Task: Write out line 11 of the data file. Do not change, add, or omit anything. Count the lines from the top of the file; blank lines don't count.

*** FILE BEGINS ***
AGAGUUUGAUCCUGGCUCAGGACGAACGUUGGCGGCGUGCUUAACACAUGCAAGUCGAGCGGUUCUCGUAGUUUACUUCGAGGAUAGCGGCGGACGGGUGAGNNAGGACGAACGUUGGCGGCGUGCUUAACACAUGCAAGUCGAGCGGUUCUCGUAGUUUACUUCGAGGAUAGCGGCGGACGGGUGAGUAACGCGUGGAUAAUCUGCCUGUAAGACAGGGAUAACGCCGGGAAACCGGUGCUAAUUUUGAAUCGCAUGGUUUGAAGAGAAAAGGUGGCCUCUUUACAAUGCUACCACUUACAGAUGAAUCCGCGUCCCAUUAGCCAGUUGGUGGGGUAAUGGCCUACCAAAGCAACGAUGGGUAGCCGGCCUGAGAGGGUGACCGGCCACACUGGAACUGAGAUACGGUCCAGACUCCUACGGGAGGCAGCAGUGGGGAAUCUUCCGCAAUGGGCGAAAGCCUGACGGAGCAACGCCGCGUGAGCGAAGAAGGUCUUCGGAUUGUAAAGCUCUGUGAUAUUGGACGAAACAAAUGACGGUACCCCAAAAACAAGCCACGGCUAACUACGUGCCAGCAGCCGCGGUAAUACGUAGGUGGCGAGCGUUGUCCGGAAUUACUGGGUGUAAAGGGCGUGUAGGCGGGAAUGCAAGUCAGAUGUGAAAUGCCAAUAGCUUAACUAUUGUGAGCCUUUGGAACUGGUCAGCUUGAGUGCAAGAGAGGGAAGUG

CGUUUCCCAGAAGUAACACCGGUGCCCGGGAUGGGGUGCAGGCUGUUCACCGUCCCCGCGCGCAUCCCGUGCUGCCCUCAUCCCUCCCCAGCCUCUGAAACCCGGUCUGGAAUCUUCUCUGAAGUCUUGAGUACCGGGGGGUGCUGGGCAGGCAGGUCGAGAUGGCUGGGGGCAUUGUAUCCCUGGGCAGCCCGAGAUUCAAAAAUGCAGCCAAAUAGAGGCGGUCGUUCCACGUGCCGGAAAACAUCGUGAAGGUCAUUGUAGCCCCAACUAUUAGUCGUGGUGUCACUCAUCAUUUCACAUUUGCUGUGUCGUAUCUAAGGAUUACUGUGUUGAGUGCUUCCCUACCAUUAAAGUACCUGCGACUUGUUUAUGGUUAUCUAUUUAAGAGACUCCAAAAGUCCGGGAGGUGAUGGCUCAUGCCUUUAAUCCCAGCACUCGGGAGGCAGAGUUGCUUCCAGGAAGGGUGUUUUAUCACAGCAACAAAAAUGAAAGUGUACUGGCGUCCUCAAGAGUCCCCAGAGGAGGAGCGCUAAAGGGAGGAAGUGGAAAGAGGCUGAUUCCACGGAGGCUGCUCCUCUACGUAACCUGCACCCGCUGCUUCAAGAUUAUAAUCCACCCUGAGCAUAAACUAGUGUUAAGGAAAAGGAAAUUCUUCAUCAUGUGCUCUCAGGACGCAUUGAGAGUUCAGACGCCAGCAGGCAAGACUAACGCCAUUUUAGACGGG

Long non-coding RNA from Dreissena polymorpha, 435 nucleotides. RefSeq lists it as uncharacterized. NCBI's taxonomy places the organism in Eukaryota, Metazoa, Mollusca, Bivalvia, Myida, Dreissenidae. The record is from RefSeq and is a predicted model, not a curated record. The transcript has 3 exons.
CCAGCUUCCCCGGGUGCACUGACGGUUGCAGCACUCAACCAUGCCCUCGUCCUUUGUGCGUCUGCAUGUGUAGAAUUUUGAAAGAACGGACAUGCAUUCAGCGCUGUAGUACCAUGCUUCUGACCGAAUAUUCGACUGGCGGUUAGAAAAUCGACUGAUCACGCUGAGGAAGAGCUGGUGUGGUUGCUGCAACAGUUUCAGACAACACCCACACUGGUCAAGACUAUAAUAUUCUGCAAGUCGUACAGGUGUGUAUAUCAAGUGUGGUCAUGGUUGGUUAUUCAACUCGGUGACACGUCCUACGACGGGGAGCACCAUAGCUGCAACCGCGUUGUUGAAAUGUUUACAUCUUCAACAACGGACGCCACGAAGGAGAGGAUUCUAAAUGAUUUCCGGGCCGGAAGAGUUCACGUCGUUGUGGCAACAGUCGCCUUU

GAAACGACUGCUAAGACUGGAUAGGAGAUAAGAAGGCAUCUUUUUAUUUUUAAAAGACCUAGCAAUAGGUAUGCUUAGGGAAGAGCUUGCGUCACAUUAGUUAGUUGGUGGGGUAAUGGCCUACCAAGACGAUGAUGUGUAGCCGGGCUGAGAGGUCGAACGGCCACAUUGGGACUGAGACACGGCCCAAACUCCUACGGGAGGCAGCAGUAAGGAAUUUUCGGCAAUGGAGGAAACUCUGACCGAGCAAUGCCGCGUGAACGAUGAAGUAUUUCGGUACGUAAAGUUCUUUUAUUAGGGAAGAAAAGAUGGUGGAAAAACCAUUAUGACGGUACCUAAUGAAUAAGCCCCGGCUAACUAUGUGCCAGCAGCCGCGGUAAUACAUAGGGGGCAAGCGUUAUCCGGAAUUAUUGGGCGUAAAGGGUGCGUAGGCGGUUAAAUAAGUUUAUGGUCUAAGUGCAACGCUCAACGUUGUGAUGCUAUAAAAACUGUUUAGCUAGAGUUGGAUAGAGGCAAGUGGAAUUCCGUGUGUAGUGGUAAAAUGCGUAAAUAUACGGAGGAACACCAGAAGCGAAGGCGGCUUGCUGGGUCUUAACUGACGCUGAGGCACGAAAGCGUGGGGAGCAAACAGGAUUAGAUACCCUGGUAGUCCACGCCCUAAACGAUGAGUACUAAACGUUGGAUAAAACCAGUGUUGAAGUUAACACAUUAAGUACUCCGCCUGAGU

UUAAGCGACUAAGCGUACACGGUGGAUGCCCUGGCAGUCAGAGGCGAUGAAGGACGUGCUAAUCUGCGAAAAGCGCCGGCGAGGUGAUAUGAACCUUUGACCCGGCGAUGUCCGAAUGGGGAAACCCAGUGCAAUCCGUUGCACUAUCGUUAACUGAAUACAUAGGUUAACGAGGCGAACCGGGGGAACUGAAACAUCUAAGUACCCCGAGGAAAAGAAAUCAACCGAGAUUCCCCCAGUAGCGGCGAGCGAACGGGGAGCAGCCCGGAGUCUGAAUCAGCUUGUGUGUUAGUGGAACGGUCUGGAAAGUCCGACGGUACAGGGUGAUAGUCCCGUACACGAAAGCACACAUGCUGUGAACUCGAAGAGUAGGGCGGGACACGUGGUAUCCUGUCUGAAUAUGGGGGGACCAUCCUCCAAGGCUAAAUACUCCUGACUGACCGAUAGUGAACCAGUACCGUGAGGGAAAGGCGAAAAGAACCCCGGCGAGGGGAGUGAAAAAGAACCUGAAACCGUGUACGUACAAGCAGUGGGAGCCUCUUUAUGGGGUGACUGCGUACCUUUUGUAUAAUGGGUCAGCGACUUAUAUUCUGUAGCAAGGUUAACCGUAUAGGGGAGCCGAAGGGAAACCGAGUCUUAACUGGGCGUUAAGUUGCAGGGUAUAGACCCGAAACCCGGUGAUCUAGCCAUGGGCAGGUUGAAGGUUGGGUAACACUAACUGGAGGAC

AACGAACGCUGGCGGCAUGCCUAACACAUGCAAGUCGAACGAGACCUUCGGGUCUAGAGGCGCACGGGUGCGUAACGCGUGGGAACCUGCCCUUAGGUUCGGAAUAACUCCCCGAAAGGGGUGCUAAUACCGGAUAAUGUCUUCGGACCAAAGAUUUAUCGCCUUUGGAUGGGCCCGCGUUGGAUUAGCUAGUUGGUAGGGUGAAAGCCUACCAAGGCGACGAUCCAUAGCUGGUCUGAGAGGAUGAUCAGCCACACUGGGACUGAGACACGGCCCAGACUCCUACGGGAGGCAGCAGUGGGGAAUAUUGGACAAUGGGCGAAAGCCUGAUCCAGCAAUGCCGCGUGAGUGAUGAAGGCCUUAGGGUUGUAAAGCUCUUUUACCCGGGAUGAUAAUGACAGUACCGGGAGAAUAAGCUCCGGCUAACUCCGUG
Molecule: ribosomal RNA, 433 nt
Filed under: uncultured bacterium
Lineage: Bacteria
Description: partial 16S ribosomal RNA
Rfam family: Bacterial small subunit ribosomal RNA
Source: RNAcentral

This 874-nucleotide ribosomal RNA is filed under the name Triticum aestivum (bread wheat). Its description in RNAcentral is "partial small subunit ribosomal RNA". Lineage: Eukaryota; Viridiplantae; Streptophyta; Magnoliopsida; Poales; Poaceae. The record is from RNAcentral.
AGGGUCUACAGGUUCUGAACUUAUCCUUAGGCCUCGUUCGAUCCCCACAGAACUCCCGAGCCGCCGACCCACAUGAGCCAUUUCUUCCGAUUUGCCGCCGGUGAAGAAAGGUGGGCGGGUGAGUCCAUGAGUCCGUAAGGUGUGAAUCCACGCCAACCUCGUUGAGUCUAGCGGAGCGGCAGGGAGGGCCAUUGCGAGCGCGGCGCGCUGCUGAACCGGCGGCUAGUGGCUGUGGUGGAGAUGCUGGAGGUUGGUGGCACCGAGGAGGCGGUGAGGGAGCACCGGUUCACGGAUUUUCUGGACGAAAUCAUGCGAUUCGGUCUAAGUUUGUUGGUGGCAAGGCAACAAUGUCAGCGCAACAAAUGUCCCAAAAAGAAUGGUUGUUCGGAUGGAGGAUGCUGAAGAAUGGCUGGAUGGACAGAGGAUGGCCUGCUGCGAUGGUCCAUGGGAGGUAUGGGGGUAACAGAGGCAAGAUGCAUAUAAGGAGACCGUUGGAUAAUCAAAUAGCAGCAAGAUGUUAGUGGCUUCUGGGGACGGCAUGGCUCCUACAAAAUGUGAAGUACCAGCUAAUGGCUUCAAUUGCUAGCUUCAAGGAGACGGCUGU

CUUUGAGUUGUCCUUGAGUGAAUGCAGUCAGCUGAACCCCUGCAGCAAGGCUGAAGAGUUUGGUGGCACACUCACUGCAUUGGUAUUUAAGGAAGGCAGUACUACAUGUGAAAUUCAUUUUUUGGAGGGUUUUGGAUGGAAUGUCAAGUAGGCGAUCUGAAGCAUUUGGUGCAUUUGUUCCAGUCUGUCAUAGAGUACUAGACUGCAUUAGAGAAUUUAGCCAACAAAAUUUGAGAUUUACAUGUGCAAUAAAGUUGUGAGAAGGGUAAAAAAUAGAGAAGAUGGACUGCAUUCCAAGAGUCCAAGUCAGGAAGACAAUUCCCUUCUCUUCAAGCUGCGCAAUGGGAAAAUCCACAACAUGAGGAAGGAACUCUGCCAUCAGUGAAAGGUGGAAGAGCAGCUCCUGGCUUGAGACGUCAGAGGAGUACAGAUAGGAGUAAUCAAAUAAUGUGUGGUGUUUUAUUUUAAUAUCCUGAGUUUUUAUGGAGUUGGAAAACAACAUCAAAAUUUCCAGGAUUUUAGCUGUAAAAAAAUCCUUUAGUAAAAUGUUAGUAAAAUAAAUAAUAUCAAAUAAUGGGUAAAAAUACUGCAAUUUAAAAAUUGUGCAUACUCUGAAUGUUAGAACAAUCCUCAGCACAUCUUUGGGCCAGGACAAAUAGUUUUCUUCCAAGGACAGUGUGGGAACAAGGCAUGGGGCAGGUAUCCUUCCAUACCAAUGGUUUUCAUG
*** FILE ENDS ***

Description: partial 16S ribosomal RNA